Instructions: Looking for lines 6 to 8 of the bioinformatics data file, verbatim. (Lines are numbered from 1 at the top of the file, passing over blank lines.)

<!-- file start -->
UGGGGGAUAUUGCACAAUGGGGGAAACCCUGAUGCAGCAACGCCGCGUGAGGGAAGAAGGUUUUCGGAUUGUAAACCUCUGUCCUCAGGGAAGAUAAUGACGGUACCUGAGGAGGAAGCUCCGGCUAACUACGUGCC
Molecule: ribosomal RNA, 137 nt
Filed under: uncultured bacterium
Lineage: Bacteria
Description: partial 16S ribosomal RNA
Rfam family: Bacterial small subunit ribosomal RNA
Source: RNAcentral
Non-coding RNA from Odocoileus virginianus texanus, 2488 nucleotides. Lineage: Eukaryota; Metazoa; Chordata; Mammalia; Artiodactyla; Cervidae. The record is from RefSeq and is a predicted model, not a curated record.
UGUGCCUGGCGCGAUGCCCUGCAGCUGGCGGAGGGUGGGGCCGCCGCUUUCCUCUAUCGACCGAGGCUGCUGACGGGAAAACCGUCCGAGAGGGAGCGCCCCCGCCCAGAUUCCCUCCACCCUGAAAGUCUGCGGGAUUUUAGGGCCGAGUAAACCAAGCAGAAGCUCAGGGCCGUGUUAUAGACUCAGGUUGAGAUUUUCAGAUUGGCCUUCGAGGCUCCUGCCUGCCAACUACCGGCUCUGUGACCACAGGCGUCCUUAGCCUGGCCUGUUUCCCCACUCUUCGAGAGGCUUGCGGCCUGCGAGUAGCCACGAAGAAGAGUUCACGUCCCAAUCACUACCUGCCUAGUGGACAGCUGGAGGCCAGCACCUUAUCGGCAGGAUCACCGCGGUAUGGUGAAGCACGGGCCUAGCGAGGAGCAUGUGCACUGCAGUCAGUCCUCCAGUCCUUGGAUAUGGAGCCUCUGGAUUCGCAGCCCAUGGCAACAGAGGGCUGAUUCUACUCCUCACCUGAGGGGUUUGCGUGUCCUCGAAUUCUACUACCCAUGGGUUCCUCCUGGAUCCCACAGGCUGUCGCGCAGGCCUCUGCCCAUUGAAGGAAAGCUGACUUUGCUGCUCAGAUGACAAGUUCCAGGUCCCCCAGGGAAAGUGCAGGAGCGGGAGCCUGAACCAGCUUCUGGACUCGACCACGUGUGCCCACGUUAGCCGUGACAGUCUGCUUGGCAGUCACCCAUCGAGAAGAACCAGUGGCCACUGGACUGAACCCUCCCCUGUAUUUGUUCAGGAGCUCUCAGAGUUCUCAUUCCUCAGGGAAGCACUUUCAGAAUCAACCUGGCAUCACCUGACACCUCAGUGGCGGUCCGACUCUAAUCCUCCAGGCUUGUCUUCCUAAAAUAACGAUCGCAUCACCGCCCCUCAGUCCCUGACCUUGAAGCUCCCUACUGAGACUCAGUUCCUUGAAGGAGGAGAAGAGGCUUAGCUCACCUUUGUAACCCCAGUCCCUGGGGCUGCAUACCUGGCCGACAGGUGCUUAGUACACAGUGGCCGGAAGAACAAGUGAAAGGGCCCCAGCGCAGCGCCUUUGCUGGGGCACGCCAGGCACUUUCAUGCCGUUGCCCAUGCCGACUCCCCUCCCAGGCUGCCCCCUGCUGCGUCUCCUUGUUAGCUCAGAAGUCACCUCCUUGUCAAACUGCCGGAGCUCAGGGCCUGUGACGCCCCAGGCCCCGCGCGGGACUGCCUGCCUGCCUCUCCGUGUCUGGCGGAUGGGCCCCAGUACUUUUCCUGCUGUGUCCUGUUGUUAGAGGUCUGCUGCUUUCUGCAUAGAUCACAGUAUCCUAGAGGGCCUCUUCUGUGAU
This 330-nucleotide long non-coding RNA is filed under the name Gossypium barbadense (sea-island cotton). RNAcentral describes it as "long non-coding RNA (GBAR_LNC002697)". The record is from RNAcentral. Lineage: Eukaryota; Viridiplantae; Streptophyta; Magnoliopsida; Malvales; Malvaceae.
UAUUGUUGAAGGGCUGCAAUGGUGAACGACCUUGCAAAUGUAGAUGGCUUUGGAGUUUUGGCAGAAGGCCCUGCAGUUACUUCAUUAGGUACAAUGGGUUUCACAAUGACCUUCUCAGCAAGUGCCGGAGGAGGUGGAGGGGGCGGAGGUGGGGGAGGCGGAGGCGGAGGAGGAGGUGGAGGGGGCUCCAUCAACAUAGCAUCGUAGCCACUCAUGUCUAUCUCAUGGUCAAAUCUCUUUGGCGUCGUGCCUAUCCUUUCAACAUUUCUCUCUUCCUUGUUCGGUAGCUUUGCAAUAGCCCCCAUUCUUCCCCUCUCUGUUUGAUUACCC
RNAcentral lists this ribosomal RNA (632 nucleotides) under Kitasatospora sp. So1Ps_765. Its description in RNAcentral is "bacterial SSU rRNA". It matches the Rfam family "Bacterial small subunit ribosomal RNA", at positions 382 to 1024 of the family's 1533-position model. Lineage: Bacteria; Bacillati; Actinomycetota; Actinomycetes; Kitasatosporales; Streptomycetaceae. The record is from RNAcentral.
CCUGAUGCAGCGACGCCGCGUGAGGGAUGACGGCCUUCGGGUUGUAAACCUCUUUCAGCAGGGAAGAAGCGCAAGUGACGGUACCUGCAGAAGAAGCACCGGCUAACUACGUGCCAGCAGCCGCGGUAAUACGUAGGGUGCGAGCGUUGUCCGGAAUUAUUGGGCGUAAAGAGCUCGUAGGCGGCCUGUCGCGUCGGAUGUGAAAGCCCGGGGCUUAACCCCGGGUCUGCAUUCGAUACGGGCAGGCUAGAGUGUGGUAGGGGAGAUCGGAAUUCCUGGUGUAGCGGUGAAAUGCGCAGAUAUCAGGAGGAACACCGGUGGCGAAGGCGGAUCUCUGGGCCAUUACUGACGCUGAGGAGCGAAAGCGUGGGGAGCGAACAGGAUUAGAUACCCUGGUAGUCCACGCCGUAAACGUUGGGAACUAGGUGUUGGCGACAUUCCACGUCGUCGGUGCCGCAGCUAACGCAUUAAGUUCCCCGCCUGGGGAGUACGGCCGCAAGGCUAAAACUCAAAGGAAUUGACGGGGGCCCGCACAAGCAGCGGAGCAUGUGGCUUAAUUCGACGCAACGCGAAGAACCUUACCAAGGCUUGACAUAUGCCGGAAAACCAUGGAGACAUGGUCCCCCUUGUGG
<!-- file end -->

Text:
Rfam family: Bacterial small subunit ribosomal RNA
Source: RNAcentral
Non-coding RNA from Odocoileus virginianus texanus, 2488 nucleotides. Lineage: Eukaryota; Metazoa; Chordata; Mammalia; Artiodactyla; Cervidae. The record is from RefSeq and is a predicted model, not a curated record.